Robert Bellarmine’s sovereign interpretation. Discussing Bernard of Clairvaux’s sentences in «De summo pontifice»
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In his work On the Roman Pontiff (Controversia de summo pontifice), Robert Bellarmine outlines a theory of interpretation and a theory of sovereignty. His choice of sources, especially as far as Bernard of Clairvaux’s sentences are concerned, reveals that his theory of interpretation is closely interwoven to his theory of sovereignty. Indeed, Bellarmine assigns a normative function to the interpretation of a given text: he assumes a form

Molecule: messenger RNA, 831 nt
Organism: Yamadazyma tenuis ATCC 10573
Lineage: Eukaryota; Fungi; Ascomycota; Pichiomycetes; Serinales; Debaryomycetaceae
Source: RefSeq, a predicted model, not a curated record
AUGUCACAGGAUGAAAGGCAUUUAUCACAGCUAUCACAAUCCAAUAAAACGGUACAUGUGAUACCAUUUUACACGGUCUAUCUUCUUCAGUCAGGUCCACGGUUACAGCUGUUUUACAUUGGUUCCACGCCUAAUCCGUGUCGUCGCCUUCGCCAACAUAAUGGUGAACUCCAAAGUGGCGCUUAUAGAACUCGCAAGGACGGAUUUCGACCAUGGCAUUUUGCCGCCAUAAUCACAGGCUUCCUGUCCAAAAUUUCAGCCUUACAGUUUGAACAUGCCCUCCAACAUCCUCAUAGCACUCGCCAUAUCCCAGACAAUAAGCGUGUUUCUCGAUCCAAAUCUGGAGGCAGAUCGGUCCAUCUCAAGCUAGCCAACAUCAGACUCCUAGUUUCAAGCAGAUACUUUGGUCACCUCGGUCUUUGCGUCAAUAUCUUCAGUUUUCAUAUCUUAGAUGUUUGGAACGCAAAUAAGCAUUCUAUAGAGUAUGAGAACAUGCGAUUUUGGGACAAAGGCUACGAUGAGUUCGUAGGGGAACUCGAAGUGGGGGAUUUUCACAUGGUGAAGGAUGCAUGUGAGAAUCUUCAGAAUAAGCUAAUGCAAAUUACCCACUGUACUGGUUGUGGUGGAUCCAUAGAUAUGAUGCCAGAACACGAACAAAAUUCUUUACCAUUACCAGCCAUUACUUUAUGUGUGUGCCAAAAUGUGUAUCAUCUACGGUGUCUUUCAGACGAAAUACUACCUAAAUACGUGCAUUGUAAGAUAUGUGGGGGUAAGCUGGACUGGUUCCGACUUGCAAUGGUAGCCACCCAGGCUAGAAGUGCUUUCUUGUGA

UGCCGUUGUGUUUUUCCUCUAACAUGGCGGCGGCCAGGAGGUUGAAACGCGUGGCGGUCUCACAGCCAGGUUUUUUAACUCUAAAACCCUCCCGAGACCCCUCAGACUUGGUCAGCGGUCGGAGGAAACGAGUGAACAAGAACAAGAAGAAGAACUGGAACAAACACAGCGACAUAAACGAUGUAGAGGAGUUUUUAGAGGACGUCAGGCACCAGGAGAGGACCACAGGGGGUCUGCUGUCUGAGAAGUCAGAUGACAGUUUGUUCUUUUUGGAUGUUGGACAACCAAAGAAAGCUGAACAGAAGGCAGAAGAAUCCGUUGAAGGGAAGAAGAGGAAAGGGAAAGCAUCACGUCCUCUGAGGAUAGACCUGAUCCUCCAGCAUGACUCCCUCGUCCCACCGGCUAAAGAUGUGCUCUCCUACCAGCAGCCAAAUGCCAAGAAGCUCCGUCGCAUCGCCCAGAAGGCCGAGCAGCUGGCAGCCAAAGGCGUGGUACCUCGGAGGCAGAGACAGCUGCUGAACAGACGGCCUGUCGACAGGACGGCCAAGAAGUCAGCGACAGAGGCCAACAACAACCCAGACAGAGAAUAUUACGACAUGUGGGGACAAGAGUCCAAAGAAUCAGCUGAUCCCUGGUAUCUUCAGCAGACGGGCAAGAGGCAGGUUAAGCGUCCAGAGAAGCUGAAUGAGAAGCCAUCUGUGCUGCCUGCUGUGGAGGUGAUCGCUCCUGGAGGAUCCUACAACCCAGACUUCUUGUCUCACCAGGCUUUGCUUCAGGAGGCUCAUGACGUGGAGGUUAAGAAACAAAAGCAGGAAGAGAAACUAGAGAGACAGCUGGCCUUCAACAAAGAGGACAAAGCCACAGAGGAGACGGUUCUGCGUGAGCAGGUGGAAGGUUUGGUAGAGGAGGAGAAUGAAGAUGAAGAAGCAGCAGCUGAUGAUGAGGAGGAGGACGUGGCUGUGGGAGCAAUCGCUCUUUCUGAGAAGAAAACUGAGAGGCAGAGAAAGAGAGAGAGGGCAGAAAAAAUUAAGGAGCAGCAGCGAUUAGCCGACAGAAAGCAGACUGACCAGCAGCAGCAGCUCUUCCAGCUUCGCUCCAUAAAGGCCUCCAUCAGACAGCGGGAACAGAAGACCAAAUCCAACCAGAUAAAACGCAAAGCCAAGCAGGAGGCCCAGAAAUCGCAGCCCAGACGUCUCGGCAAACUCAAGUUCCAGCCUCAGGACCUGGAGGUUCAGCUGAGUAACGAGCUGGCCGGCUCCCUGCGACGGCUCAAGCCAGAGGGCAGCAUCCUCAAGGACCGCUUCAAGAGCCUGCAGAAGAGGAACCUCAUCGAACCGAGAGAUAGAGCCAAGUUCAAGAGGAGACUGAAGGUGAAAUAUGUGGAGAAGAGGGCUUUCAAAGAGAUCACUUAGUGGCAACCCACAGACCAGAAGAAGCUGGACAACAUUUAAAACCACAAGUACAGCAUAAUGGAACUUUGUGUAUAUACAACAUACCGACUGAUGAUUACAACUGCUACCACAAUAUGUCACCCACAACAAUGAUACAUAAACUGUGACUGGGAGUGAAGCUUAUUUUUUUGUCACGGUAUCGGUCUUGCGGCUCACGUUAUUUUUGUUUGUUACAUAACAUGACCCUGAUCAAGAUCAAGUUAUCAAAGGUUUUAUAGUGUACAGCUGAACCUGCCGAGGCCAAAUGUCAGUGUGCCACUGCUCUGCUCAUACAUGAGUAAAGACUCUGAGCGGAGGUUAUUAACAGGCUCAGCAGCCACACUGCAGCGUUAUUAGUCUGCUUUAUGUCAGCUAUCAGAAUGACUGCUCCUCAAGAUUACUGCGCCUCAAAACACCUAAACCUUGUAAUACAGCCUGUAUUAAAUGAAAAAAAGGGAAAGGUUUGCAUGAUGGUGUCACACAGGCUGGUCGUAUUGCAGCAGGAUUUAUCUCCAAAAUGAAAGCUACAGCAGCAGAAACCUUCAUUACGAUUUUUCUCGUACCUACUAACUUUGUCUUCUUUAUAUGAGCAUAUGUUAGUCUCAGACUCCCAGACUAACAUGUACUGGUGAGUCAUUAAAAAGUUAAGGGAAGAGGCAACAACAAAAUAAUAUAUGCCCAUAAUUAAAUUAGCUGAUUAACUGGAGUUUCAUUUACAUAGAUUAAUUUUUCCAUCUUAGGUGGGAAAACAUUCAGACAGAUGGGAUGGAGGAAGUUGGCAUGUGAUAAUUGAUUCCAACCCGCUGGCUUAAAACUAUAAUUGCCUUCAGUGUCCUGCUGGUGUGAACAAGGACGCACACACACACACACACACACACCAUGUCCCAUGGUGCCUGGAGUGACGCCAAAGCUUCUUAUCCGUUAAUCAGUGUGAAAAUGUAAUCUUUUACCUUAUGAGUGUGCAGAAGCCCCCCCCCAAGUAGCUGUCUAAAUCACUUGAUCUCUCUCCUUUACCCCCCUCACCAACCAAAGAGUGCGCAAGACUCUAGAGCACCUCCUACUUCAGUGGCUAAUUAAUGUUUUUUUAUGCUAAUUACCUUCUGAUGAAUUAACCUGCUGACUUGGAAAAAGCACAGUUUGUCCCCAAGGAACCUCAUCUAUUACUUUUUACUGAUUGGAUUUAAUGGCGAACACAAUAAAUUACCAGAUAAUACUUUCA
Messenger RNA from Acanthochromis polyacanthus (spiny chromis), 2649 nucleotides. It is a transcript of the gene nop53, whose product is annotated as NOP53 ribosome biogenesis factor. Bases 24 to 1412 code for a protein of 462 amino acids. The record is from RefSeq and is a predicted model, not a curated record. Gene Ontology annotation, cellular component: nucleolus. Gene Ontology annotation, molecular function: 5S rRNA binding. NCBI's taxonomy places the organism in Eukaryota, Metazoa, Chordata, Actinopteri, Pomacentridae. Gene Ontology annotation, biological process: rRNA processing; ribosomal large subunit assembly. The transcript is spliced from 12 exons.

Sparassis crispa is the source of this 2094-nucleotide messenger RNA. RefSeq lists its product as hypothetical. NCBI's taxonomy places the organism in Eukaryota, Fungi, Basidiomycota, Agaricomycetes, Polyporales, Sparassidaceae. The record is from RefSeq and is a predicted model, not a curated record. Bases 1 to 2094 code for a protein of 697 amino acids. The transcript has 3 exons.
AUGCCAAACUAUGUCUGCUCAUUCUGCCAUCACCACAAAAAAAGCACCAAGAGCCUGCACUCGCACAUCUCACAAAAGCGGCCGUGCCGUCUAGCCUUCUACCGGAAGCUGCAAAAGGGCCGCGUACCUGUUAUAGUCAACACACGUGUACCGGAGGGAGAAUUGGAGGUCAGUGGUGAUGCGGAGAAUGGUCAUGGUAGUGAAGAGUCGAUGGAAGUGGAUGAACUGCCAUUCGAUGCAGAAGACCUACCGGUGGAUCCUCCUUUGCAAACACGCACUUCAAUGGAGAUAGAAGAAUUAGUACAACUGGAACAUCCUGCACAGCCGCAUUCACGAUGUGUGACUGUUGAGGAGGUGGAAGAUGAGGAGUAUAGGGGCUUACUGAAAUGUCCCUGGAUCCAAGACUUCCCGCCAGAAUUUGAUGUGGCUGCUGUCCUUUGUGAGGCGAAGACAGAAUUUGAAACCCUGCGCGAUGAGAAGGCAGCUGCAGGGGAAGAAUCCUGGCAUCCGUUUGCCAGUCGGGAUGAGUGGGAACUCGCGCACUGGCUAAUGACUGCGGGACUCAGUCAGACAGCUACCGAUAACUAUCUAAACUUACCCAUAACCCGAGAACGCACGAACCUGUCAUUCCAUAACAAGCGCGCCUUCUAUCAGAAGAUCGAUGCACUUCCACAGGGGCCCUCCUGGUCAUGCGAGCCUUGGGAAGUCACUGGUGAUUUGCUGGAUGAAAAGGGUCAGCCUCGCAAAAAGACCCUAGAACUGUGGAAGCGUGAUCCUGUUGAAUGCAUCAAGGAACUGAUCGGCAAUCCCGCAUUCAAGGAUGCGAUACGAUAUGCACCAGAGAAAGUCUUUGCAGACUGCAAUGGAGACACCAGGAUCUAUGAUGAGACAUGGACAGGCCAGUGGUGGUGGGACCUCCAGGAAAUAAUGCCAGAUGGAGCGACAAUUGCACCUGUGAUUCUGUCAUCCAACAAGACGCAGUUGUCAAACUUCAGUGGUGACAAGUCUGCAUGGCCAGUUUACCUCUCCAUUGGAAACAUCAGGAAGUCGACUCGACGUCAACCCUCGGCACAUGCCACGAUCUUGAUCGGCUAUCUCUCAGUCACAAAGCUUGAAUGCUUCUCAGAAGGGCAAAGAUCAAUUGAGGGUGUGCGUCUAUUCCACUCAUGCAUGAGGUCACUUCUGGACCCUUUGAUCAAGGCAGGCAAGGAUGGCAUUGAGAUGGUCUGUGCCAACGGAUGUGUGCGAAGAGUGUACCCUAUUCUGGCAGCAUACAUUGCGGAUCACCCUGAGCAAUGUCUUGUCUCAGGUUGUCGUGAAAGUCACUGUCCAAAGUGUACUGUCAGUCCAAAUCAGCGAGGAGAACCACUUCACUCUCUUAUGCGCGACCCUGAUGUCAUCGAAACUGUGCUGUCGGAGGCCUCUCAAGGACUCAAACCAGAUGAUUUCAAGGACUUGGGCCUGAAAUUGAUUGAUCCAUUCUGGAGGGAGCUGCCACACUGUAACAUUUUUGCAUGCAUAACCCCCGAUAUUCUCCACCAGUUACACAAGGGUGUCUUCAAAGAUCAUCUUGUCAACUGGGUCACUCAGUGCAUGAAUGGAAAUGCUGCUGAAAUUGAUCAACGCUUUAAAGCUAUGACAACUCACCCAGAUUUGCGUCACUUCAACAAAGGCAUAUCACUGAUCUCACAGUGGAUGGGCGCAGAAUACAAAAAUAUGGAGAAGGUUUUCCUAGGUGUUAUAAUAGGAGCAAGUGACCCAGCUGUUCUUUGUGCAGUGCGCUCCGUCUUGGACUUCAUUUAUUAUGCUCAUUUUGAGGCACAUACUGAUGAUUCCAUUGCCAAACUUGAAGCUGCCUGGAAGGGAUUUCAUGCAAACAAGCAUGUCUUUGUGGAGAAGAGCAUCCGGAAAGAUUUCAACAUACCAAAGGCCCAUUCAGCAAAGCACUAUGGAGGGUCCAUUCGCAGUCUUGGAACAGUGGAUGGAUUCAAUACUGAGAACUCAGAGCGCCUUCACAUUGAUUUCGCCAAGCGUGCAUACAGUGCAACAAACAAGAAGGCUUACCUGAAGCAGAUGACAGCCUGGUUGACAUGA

of political hermeneutics, able to cut through all possible options and to establish one interpretation as the only authentic reading of the text. This interpretation comes from the sovereign, i.e., the authority to which sovereignty is assigned because of its supreme status (superiorem non recognoscens). Within this framework, the role of traditional auctoritates – such as Bernard of Clairvaux – is functional to the auctoritas who, at a certain point in time, interprets their words and offers the tools needed to understand the authoritative model. This model, according to Bellarmine, sustains the principle of infallibility of sovereign interpretation.